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[Caml-list] scanf and %2c
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Date: 2003-06-20 (09:06)
From: Pierre Weis <pierre.weis@i...>
Subject: Re: [Caml-list] scanf and %2c
Hi Alan,

> As I needed to parse some string representing time (of the form hh:mm), 
> I decided to use scanf. The correct code to do it is:
> # let time_parse s =
>   Scanf.sscanf s "%2s:%2s" (fun a b -> a,b)
>   ;;
> val time_parse : string -> string * string = <fun>

Just to implement stricter parsing rules (and BTW to show scanf
capabilities), I will elaborate a bit on this ``correct'' code.

To ensure that hh and mm are indeed decimal digits, we could write:

# let scan_date s = Scanf.sscanf s "%2d:%2d";;
val scan_date : string -> (int -> int -> 'a) -> 'a = <fun>

This way, the fields hh and mm are parsed and returned as integers as
they are supposed to be.

So far so good, but this is not precise enough, since (small) negative
hours are still accepted:

# scan_date "-2:12" (fun hh mm -> hh, mm);;
- : int * int = (-2, 12)

That's why I usually use:

# let scan_date s = Scanf.sscanf s "%2[0-9]:%2[0-9]";;
val scan_date : string -> (string -> string -> 'a) -> 'a = <fun>

# scan_date "-2:12" (fun x y -> x, y);;
Exception: Scanf.Scan_failure "scanf: bad input at char number 1: -".

Then, you may argue that we still parse dates like 99:99 which are
meaningless. Scanning the characters one at a time, we could be more
precise and reject a large class of those erroneous dates:

# let scan_date s = Scanf.sscanf s "%1[0-2]%1[0-9]:%1[0-5]%1[0-9]";;
val scan_date : string -> (string -> string -> string -> string -> 'a)
-> 'a = <fun>

If minutes are now appropriately handled, we still accept to parse hours
that are greater than 24!

To deal with that problem, we first define two auxilliary functions am
and pm to parse respectively dates before 20:00 and after 20:00, when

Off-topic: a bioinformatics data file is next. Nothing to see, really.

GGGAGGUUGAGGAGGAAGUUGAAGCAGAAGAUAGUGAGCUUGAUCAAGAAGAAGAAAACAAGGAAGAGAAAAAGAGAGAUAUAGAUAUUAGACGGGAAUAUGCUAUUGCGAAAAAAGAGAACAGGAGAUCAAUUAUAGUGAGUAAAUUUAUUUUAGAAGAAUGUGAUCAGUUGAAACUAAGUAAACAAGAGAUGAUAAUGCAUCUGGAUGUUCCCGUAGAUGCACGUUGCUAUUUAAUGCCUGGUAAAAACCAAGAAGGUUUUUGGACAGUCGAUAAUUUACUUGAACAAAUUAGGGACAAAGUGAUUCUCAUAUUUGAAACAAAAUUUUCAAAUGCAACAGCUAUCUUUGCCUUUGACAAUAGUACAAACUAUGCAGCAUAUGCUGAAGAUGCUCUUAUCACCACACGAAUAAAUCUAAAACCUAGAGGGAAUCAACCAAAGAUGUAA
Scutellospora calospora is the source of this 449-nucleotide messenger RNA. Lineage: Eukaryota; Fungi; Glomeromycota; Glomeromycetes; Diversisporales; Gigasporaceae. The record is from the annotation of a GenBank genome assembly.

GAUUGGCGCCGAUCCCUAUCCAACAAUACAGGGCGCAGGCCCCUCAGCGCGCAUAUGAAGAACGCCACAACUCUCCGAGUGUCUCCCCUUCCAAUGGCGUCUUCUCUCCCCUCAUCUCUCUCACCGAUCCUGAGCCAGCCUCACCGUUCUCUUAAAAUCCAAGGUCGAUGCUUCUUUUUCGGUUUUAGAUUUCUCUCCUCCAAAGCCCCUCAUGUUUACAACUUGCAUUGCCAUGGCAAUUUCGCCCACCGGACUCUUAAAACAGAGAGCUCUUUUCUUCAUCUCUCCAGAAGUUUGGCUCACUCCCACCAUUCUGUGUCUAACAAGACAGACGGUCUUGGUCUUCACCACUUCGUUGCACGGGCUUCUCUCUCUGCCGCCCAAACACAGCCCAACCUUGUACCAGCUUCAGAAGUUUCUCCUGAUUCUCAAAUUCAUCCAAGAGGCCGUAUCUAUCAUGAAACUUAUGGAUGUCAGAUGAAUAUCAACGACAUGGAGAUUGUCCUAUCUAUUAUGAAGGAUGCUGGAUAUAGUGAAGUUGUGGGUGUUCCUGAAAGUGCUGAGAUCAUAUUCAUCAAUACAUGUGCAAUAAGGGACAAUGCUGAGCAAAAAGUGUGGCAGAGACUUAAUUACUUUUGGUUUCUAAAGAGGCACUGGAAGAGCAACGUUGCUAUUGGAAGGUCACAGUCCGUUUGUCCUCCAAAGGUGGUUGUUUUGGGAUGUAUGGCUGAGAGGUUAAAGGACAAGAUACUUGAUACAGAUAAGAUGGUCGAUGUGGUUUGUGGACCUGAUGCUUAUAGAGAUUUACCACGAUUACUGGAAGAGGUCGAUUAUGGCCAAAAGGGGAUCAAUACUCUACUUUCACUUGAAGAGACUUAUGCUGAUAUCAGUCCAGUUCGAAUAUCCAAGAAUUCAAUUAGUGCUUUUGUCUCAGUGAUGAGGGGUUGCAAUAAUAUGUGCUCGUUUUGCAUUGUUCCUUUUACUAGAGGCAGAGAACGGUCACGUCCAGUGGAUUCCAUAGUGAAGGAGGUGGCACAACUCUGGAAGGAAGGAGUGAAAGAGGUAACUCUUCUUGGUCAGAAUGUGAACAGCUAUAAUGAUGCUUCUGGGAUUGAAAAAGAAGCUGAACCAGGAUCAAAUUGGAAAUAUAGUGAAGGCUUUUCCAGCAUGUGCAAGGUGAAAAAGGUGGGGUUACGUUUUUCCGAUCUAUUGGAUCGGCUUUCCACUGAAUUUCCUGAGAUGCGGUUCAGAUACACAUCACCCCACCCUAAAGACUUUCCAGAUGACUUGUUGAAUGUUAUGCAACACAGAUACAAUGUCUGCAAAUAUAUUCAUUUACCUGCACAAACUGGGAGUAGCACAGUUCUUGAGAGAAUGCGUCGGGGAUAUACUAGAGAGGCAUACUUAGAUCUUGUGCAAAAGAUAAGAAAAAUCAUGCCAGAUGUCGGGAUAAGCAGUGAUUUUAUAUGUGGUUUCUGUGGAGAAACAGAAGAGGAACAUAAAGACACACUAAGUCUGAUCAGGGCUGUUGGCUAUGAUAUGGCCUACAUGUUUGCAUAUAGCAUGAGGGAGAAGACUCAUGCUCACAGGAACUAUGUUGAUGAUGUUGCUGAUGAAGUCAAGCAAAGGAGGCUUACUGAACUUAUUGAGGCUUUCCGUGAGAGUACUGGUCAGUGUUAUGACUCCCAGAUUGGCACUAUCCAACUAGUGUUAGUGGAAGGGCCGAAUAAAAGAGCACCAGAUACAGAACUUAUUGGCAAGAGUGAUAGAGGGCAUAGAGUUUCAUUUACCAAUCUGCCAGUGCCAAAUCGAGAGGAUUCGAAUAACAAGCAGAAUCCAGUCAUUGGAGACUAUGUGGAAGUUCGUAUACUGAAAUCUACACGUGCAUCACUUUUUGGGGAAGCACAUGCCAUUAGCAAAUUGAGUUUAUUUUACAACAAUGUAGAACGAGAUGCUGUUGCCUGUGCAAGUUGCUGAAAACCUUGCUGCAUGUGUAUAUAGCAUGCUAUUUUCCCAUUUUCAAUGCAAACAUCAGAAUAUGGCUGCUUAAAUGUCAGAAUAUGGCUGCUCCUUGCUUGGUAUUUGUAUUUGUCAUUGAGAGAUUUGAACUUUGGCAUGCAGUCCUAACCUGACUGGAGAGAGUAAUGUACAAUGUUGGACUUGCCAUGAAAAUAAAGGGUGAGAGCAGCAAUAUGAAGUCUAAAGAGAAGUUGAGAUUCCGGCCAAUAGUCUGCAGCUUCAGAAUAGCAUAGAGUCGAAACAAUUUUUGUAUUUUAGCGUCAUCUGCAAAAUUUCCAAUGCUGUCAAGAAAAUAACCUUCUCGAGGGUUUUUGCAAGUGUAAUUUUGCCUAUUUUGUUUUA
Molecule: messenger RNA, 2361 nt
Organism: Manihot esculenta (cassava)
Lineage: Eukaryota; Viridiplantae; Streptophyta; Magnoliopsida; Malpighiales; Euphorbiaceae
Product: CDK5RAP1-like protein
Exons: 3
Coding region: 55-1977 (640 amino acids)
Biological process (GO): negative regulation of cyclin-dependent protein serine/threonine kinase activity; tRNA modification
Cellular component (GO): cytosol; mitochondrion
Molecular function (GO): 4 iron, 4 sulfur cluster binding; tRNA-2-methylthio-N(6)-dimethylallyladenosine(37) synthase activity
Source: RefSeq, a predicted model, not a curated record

the first digit of the hour is already properly parsed:

let am ib = Scanf.bscanf ib "%1[0-9]:%1[0-5]%1[0-9]";;
let pm ib = Scanf.bscanf ib "%1[0-3]:%1[0-5]%1[0-9]";;

let scan_date_ib ib f =
  Scanf.bscanf ib "%c"
   (function c ->
    let h0 = String.make 1 c in
    match c with
    | '0' | '1' -> am ib (f h0)
    | '2' -> pm ib (f h0)
    | _ -> failwith ("Illegal date char " ^ h0));;

val scan_date_ib :
  Scanf.Scanning.scanbuf ->
  (string -> string -> string -> string -> 'a) -> 'a = <fun>

Remark that we turned to bscanf, that is scanning from scanning
buffers (and not strings), since the scanning is now split into
several phases that should go on scanning from the same data structure
(to do so with strings would involve horrific substring manipulations
of the string argument to pass it to the next step).

As a rule of thumb, scanning from buffers is much more general and
easy than scanning from string or files: phase scanning can be
composed smoothly and scanning from any other data structure is easily
expressed in terms of a basic function scanning from buffers.

For instance, if you insist for scanning from strings, you could define:

let scan_date s = scan_date_ib (Scanf.Scanning.from_string s);;

# scan_string_date "25:12";;
Exception: Scanf.Scan_failure "scanf: bad input at char number 2: 5".

Hope this helps,

Pierre Weis

INRIA, Projet Cristal,,

PS: Using the new formats manipulation primitives, we could have
factorized a bit the functions am and pm as:

let minutes_fmt () = format_of_string ":%1[0-5]%1[0-9]";;
let am_fmt () = "%1[0-9]" ^^ minutes_fmt ();;
let pm_fmt () = "%1[0-3]" ^^ minutes_fmt ();;

let am ib = Scanf.bscanf ib (am_fmt ());;
let pm ib = Scanf.bscanf ib (pm_fmt ());;

(Note the additional () abstractions to circumvenient the value
restriction of polymorphic generalization.)

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